I had tickets for the show the coming Wednesday matinee. The prior Sunday, I picked up the Sun-Times and saw that in their entertainment section there was an interview with one of the actors. Well, okay, I thought, it’s just a profile with the actor, not the play. And I like the guy – I think it was Donal Donnelly, who I’d seen before – so I was interested. Not a problem, I’ll read it. I got about two paragraphs in, when I stopped. “Y’know, “ I thought, “I’ve waited three years to see this play without reading a single word. Why start now? Why risk anything when I’m seeing it in three days?” So, I stopped.
I went to see Sleuth at that matinee and absolutely loved it. Just one of the great theater experiences of my life, still to this day. Well-worth the wait, and well-worth holding off reading anything for the surprises. And remarkable surprises there were, throughout the play.
I returned to my dorm room and now finally, after all these years, read the article I had started, but had put down. Putting it down was one of the best decisions I’ve ever made – because there, in the middle of the article, despite the program asking people not to give anything away about the plot…the reporter mentions, not just one of the many plot twists, but THE BIGGEST FREAKING SURPRISE in the play. (If you've seen Sleuth, you probably know what I'm referring to without saying more. It's that big. If you haven't seen it, trust me -- the surprise is that big.)
What the reporter did wasn't just talk about the plot (which, again, the program asks you not to do), the article gave away the very heart of the play! Can you imagine my reaction if, after waiting three years to see the play, waiting three years not even reading a word about the play, I had read that article just three days before seeing the play??!! Chicago might have been minus one newspaper building the next week. And I’d have been livid with myself.
As I said, this experience was one of the prime reasons I stopped reading about plays or movies before I saw them.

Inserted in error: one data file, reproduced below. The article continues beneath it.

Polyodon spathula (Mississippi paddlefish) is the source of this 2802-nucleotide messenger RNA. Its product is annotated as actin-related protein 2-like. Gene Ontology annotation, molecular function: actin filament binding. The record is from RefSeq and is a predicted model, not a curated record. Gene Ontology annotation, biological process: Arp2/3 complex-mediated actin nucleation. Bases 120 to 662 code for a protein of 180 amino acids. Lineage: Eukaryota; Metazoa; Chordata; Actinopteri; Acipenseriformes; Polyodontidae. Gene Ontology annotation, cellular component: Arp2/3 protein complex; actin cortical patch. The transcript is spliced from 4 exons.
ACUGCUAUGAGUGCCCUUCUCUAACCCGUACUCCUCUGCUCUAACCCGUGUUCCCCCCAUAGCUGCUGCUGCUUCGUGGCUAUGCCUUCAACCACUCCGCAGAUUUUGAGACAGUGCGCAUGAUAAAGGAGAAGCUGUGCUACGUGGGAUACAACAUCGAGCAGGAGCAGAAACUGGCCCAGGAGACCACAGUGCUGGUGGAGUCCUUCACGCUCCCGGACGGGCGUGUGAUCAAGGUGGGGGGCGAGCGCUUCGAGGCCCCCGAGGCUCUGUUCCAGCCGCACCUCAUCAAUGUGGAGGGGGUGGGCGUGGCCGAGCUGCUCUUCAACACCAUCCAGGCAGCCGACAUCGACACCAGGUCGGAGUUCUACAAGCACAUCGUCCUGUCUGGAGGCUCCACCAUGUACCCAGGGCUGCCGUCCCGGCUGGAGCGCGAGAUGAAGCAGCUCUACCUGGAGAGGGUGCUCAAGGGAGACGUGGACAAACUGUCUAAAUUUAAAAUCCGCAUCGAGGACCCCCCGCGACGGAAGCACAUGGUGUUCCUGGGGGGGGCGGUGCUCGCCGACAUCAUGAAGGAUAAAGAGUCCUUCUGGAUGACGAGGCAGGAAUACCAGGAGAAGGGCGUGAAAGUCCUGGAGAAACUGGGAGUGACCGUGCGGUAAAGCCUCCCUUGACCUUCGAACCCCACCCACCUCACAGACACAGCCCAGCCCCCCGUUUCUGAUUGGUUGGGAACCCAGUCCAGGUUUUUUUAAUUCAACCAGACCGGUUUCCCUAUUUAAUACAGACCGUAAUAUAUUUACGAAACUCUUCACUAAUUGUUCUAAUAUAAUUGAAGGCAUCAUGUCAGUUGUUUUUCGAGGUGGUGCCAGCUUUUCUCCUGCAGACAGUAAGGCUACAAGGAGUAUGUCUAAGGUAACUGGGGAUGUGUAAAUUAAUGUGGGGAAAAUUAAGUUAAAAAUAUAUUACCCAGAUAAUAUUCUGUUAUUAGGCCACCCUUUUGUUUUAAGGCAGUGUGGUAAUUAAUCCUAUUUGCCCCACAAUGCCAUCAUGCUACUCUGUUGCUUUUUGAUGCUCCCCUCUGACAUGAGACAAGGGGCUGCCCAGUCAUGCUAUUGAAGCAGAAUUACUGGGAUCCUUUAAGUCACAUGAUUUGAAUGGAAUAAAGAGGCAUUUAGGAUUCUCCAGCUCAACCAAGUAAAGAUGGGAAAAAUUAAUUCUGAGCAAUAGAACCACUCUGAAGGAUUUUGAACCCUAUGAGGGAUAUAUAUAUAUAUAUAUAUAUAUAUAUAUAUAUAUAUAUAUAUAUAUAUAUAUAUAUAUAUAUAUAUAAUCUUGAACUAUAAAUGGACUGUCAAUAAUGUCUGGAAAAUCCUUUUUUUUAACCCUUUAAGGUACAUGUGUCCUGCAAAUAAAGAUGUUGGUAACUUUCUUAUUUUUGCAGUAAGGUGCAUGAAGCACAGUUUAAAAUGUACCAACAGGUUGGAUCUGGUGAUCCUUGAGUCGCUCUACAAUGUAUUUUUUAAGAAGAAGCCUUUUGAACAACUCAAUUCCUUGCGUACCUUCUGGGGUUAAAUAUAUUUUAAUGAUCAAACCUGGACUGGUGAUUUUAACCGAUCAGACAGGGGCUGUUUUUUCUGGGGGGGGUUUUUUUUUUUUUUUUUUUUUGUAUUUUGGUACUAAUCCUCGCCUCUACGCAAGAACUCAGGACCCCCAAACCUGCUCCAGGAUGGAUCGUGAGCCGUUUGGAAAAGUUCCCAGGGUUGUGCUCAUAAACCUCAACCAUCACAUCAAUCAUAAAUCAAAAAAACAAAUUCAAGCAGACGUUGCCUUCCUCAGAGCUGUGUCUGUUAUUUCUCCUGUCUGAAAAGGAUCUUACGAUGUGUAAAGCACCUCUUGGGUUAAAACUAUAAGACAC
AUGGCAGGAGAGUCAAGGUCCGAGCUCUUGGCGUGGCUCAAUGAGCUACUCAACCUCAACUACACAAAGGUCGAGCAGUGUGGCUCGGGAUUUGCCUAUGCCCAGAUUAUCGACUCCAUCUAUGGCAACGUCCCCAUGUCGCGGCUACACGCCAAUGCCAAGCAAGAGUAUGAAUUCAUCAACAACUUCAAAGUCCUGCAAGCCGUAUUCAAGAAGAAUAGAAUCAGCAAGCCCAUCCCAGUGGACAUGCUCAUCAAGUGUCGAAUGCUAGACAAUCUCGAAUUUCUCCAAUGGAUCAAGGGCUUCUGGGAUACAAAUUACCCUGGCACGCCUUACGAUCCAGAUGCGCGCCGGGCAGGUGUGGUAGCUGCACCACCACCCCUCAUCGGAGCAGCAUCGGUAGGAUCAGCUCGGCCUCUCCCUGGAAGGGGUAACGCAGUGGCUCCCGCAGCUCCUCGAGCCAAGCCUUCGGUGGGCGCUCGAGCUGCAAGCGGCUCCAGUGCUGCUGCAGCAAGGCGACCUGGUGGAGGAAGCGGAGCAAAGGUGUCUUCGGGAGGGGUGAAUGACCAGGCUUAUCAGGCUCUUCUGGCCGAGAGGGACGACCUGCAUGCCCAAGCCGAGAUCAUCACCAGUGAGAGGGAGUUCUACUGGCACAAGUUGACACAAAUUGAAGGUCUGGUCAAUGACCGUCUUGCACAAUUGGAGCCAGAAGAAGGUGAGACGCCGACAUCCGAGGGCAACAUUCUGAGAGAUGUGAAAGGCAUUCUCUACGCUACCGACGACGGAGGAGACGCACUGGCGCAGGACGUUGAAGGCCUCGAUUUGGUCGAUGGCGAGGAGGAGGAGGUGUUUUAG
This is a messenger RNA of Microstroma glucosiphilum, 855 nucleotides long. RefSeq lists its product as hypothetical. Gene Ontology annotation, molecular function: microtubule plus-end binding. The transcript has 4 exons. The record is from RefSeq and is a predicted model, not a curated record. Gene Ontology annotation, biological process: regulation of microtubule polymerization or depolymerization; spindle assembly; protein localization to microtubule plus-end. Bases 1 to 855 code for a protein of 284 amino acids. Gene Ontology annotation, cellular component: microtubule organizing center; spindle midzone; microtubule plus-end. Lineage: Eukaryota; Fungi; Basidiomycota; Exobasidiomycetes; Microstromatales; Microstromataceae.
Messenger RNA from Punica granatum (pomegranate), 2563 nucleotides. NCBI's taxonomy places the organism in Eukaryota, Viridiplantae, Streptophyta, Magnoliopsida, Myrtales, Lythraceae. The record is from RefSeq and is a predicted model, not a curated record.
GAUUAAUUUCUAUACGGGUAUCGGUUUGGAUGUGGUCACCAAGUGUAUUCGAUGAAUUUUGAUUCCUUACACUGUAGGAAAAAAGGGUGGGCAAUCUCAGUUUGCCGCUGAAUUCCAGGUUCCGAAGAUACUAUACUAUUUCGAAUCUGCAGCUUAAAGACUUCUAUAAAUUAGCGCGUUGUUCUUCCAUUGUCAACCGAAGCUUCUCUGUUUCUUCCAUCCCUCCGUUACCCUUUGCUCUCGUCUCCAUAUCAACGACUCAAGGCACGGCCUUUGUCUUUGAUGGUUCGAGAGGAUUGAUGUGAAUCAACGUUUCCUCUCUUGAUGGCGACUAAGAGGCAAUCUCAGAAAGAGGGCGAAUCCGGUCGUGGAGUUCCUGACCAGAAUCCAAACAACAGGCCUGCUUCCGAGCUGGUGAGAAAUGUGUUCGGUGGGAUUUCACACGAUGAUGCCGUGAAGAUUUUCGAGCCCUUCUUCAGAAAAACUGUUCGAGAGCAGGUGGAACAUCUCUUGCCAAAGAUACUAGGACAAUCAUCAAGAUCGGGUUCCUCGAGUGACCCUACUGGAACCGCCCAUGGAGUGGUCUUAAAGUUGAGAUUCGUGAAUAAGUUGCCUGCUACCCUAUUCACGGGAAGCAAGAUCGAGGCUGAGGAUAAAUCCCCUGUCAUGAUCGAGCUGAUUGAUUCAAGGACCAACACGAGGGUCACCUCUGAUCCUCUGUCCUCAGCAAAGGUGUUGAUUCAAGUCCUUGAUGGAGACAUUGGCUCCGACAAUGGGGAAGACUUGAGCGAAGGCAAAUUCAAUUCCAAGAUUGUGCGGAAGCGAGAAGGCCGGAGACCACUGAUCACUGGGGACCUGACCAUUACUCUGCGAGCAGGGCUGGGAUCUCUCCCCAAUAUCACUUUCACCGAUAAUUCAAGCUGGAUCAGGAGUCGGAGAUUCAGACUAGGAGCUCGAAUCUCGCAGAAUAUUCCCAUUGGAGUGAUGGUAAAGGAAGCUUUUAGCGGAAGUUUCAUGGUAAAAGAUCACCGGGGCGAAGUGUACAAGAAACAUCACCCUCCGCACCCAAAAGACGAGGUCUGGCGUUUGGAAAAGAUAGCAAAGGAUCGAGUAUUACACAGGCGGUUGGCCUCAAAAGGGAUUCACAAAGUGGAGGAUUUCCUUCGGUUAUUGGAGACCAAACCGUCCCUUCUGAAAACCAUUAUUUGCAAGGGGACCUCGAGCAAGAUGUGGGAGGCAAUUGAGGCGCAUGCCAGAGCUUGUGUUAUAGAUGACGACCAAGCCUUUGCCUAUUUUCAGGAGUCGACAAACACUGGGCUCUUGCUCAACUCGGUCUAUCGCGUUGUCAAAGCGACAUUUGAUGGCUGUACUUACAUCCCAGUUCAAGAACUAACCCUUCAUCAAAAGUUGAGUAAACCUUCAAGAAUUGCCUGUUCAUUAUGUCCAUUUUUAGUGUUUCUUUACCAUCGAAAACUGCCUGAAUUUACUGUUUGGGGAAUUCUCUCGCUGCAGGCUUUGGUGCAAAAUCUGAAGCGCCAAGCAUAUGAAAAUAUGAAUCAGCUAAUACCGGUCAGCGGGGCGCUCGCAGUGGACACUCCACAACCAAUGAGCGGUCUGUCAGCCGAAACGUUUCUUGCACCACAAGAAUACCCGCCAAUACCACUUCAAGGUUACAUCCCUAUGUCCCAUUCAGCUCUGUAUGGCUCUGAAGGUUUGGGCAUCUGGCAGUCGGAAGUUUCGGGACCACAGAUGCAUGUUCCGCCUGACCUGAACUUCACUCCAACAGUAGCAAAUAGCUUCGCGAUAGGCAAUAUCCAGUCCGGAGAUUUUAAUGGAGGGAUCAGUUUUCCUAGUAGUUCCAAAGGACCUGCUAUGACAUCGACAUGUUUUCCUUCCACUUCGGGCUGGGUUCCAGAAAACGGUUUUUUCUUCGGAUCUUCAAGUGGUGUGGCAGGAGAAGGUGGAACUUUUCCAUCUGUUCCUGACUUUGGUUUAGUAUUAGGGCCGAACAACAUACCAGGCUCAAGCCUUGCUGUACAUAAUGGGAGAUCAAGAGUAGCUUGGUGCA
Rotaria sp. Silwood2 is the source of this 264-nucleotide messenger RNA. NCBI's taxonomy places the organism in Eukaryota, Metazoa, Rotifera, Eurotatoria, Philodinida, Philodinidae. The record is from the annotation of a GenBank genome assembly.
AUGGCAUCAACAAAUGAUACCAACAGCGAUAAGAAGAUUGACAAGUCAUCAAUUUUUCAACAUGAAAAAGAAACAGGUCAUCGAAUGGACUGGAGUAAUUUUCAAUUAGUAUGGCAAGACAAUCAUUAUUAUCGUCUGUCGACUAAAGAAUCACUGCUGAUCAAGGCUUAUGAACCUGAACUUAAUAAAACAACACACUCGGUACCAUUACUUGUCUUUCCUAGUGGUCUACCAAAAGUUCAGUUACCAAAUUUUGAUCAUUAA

It is something I heartily recommend to others. But it requires a certain patience and trust, so your mileage may vary.
But if you haven't seen Sleuth, at least rent it now. Definitely not the remake, but the original 1972 version that starred Laurence Olivier and MIchael Caine, both of whom got Oscar nominations, and also, checking iMDB after all these years (because my memory of the screen credits has dimmed), they list Alec Cawthorne as 'Inspector Doppler," John Matthews, and Eve Channing. The entire cast of the original is tremendous.
And if managed to know nothing about it before watching, keep it that way. Don't start now.
6/12/2013 03:28:42 pm
I'll second your enthusiasm for the 1972 movie. Its one of a handful of films that I'll watch whenever I find it on TV. I was also deeply disappointed by the remake. Michael Caine playing the Olivier part now? Jude Law playing the Michael Caine roll? For the second time, I believe. I'm pretty sure that Sleuth cam after the Alfie remake. (Never saw that one) One of my favorite directors; who'd already produced a damn fine mystery movie. (Dead again) How could it go wrong? I found out about two hours later, when I exited the theater.
6/12/2013 03:52:30 pm
And you left out a screenplay the legendary Harold Pinter.
6/12/2013 11:19:26 pm
I'd forgot about Pinter; but I have avoided the remake since its theatrical release. I know who Mr. Pinter is, but other than Sleuth, the closest I've ever come to his work is hearing Elaine Stritch sing "Ladies Who Lunch", I'm not qualified to comment on his script. I'd never reflected on just how much the bones of the story differs between the two movies, but now that you have pointed it out, I can see it. I would think that it is a total coincidence, but the differing tones are reflected in the respective settings of the movies. The original: a gem of a murder mystery game, set in an almost Gothic manor/carnival midway from hell. The remake: a psychological study of two very unlikable people; set in a cold, ultra modern house.
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Robert J. Elisberg is a political commentator, screenwriter, novelist, tech writer and also some other things that I just tend to keep forgetting.